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Enhancing Mathematics Instruction With Engineering Design

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Conference

2006 Annual Conference & Exposition

Location

Chicago, Illinois

Publication Date

June 18, 2006

Start Date

June 18, 2006

End Date

June 21, 2006

ISSN

2153-5965

Conference Session

Elementary School Engineering Education

Tagged Division

K-12 & Pre-College Engineering

Page Count

15

Page Numbers

11.587.1 - 11.587.15

Permanent URL

https://peer.asee.org/497

Download Count

36

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Paper Authors

biography

M. David Burghardt Hofstra University

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Dr. M. David Burghardt is Professor, Chair of the Engineering Department, and co-Director of the Center for Technological Literacy at Hofstra University. He is the author of 11 engineering and technology education texts, numerous publications, and teaches a course on children’s engineering for in-service elementary school teachers.

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biography

Krowles Christine Plainview School Distict

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Christine Krowles is a fifth grade teacher in the Plainview School District and a graduate the MA/MST program at Hofstra University.

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Abstract
NOTE: The first page of text has been automatically extracted and included below in lieu of an abstract

Enhancing Mathematics Instruction with Engineering Design

Abstract

This article addresses the results of an action research project in a fifth grade elementary school classroom conducted as part of an M.A. Program in Elementary Education with a specialization in Mathematics, Science and Technology (MST) where engineering design is used to interconnect learning in mathematics and design.

The students, working in teams of two, were challenged to design and construct a chair for a stuffed animal they have been shown and the chair had to meet a variety of geometric specifications. They were enthusiastic about constructing the chair.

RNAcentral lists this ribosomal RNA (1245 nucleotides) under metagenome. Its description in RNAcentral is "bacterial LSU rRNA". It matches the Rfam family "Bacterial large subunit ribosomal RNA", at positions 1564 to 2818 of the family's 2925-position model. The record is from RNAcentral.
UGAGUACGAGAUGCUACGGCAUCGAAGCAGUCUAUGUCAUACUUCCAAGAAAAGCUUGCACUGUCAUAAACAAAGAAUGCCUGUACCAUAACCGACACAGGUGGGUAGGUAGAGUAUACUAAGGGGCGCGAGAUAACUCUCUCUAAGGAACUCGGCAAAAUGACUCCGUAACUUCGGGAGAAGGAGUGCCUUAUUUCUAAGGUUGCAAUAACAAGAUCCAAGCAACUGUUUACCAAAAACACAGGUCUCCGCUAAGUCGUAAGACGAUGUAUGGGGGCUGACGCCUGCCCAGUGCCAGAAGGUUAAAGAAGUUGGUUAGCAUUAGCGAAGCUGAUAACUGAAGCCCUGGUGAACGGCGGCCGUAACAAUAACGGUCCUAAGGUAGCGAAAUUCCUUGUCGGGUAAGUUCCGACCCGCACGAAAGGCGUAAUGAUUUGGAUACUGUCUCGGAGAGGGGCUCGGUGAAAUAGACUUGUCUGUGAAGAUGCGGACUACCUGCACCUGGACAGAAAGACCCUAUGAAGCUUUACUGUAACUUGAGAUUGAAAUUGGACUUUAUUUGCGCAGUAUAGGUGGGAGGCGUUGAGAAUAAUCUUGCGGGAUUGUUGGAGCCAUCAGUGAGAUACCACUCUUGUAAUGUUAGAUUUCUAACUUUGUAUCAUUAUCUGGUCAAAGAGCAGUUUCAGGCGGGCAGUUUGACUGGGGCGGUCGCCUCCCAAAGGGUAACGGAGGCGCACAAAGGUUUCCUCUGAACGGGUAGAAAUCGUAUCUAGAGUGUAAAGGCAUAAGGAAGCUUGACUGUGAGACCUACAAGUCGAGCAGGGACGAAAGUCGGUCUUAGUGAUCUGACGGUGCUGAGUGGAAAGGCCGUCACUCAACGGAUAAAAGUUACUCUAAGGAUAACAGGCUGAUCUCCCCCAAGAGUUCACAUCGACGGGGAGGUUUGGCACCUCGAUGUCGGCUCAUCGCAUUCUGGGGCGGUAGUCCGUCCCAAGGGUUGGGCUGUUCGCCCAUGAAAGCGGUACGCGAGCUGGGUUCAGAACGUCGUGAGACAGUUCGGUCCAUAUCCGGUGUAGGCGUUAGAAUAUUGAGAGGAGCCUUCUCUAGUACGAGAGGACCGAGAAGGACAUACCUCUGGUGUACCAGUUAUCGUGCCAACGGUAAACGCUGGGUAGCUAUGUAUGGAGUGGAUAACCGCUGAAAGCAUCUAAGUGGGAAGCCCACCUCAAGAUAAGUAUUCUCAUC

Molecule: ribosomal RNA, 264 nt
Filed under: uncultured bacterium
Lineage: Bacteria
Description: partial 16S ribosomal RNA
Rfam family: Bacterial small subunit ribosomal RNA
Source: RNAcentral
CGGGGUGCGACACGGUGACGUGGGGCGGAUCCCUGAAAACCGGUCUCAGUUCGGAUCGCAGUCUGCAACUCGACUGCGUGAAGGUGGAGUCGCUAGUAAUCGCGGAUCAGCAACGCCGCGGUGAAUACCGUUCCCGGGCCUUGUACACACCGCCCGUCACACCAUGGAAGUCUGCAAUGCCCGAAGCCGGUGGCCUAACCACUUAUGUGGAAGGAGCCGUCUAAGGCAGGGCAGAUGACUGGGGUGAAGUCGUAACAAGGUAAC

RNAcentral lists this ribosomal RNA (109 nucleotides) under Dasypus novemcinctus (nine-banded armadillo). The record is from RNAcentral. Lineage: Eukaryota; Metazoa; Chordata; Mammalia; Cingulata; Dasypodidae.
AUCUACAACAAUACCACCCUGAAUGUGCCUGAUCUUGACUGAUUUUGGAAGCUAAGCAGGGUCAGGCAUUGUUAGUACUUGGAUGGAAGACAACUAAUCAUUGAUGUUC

In order to assess student knowledge improvement in geometry, it was necessary to determine the baseline of students’ geometric knowledge before the unit began. To assess each student’s level in the content domain, a written pretest was given to the students before beginning the unit. The grades ranged from 0% to 40%. The average score for the pretest was 17.6%, while the median score and the score earned most often was a grade of 16%. A written posttest, identical to the pretest, was given. The results were dramatically different. No students failed the exam. The lowest grade was a 76%, the average was an 88.6%, the median was 87%, and the grade earned most often was 96%. Every student increased by at least 40 points upon their own pretest score and most students improved by 80 to 99 points.

There were equally dramatic improvements in student attitude towards mathematics. We had anticipated that using design pedagogy would improve student learning, but not this dramatically. As is indicated by the low pretest scores, the students in Christine’s class were homogeneously grouped by prior low mathematics performance in fourth grade.

Introduction

Geometry is a topic that is often difficult for students to grasp at the fifth grade level, particularly for students who have been placed by their district in the lowest of its three homogeneous math classifications. In the following year, the students will be in heterogeneous classes in a district with high parental expectations. These geometric goals were chosen because they related directly to the Geometry Standards for Grades 3-5 as prescribed by the National Council of Teachers of Mathematics (NCTM). The standard seeks children to analyze characteristics was a key driving force in the unit. In addition, the unit was immersed in the standard which requires the student to use visualization, spatial reasoning, and geometric modeling to solve problems (NCTM, 2000). The NCTM standards on measurement, problem solving and communication were applied at points throughout the unit. The goals also revolved around increasing the students’ geometric knowledge according to van Hiele’s (1999) levels of geometric thought. The unit began with most students at a level zero on this scale.

In addition to the content-based goals, there were affective goals that centered around the objective of students possessing greater self-confidence in math and an enjoyment in doing math. The students’ mathematical ability and self-esteem were found to be very low when the unit

Burghardt, M. D., & Christine, K. (2006, June), Enhancing Mathematics Instruction With Engineering Design Paper presented at 2006 Annual Conference & Exposition, Chicago, Illinois. https://peer.asee.org/497

ASEE holds the copyright on this document. It may be read by the public free of charge. Authors may archive their work on personal websites or in institutional repositories with the following citation: © 2006 American Society for Engineering Education. Other scholars may excerpt or quote from these materials with the same citation. When excerpting or quoting from Conference Proceedings, authors should, in addition to noting the ASEE copyright, list all the original authors and their institutions and name the host city of the conference. - Last updated April 1, 2015